Baseball's better (and safer) future won't always be pretty
Change can be difficult. Sometimes, even ugly. But that doesn't mean change isn't good, even necessary. Last week, we saw a couple of great examples in baseball games.
Alex Torres models the isoBLOX hat prior to Tuesday's game against the Dodgers.
Andy Hayt / Getty Images North America
By Rob Neyer
Back in March, I spoke to Brandon McCarthy about the new isoBLOX cap for pitchers, and he even let me wear one for a few minutes. The cap felt so unwieldy and heavy, and McCarthy was so disdainful of this particular equipment, that I didn’t believe he or any other major leaguer would actually wear one in a game anytime soon.
The most popular jokes referenced someone named “Mario” (which doesn’t mean anything to me, but apparently anyone born after 1990 is quite familiar). I did watch Torres pitch on television Tuesday night, and the cap wasn’t particularly noticeable from the center-field camera. And my guess is that most people in the stands wouldn’t notice at all. Which is ... something, anyway.
“It looks ridiculous and we get so used to the way things look,” said McCarthy, who recently took a picture of himself with the headgear on and sent it to other pitchers in the league. “You mentioned the new football helmets and batting helmets, everything looks silly until it doesn't look silly anymore.”
Torres didn’t pitch well in his initial outing with the isoBLOX, giving up a hit and a couple of walks in one inning against the Dodgers. Tuesday night, he gave up a hit and retired two Giants. Torres sports a nifty 2.05 ERA, but rarely pitches in games the Padres are winning, and the cause might be helped if a better-known pitcher took it up.
If Torres keeps pitching well, though, he’s going to eventually pitch in higher-leverage situations, might even earn a save or three someday. And if he’s still wearing the gear, more people will notice.
Will the isoBLOX work for a starting pitcher who has to throw 100 pitches rather than 20? Will it work for a starting pitcher who has to throw 100 pitches when it’s 100 degrees in the shade in Arlington, Texas? I don’t know. I don’t even know if the isoBLOX will prove truly useful against a typical line drive off the bat of a major-league hitter, since it’s not really rated for that sort of impact.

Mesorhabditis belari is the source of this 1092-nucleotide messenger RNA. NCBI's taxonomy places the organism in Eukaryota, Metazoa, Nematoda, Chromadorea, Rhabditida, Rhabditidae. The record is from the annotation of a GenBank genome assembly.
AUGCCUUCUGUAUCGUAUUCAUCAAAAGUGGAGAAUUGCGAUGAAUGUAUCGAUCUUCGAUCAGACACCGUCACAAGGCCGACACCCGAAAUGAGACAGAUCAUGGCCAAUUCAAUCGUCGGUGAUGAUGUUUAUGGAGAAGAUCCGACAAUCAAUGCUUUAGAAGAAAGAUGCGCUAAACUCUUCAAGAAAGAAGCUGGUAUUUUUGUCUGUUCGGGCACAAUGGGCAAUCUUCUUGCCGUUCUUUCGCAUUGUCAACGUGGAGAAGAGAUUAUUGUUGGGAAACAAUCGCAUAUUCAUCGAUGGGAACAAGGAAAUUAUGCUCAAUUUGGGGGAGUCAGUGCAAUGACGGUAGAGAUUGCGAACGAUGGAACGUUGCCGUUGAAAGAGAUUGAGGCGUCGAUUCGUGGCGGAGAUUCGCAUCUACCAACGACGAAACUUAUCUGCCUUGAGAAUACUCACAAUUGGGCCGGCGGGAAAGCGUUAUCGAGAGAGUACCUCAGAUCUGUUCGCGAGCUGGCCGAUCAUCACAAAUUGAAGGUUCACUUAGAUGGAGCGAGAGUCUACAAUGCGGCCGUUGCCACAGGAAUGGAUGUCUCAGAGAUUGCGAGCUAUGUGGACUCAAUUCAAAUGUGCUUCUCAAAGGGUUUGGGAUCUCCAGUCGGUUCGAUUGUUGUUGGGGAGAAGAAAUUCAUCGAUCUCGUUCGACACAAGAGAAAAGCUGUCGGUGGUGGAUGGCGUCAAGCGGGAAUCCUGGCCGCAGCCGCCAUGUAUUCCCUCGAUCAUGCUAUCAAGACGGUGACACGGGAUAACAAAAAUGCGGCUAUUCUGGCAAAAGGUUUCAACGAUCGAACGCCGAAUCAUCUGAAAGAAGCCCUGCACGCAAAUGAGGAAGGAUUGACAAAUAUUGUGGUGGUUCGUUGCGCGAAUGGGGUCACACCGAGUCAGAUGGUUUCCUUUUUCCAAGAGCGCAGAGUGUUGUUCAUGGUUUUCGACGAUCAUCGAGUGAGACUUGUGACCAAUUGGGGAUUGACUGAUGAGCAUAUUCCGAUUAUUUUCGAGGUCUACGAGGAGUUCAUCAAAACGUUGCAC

But at the very least, it’s an interesting development.
There was another interesting development, last Wednesday. There’s this new rule, see, that’s intended to lower the frequency of collisions at the plate. Actually, Rule 7.13 doesn’t change anything so much as clarify and strengthen an existing rule. All of which I wrote about at length in February.
By the way, sometimes I get something right. In February, Joe Torre suggested that baserunners who violated the new rule might not just get called out; they might be ejected, fined or even suspended. My take? “I won’t be at all surprised if not a single player is suspended in the wake of a collision this season.”
Nobody’s been suspended, or even ejected. Then again, I don’t recall any violent collisions at all -- which seems like exactly the point of the changes.
Anyway, last Wednesday there was a particular play that, somehow, Major League Baseball doesn’t seem to have thought about before: a force play at home. Here’s how it went down:
"My immediate reaction was, 'What can I do? What adjustments do I make?'" said Pittsburgh catcher Russell Martin, who was called for obstruction after taking an upright throw for a force at the plate in the third inning. "But honestly, I don't think I need to make an adjustment -- there's an adjustment to make to the rule, when it's a force play."
"Time will tell, but I do think there will be some very intense discussions that need to be had about that play," said Pirates manager Clint Hurdle, who was ejected from the game for requesting a more detailed explanation for the reversed call.
Mesoraco, the Reds' catcher, couldn't find fault with the way Martin carried out the play. "He just has to try to catch the ball and keep his foot on the base," Mesoraco said. "It's a force play, I don't know. I don't think that is the intention of the rule -- a force play like that and he's blocking the plate. I wouldn't have done anything different myself."
Martin and Hurdle both seemed to have the impression that when Rule 7:13 was compiled hastily shortly before the start of this season, no distinction was spelled out between tag and force plays -- on which the catcher must be on the plate.
Banished from the game, Hurdle used his free time to phone Joe Torre, MLB's executive vice president of baseball operations.
In fairness, it’s hard for me to believe that “Rule 7.13 was compiled hastily.” There must have been some smart people at Major League Baseball working on this for a long time, since the issue first came up with some seriousness a couple of years ago. But there was some hastiness when, with MLB coming up with its proposal for the new rule, the Players Association raised some objections. Which resulted in changes. Which still doesn’t explain why nobody thought about the force plays.
Guess what, though: Now they’ve thought about it! And whaddaya know, they got it right: “Rule 7.13 was adopted in order to prevent unnecessary collisions at home plate between a runner attempting to score and a catcher attempting to make a tag play on the runner. The Rule as intended has no function or purpose in the context of a force play (i.e., a runner attempting to score from third with the bases loaded). As a result, effective immediately, Umpires will be instructed not to apply Rule 7.13 to force plays at home plate.”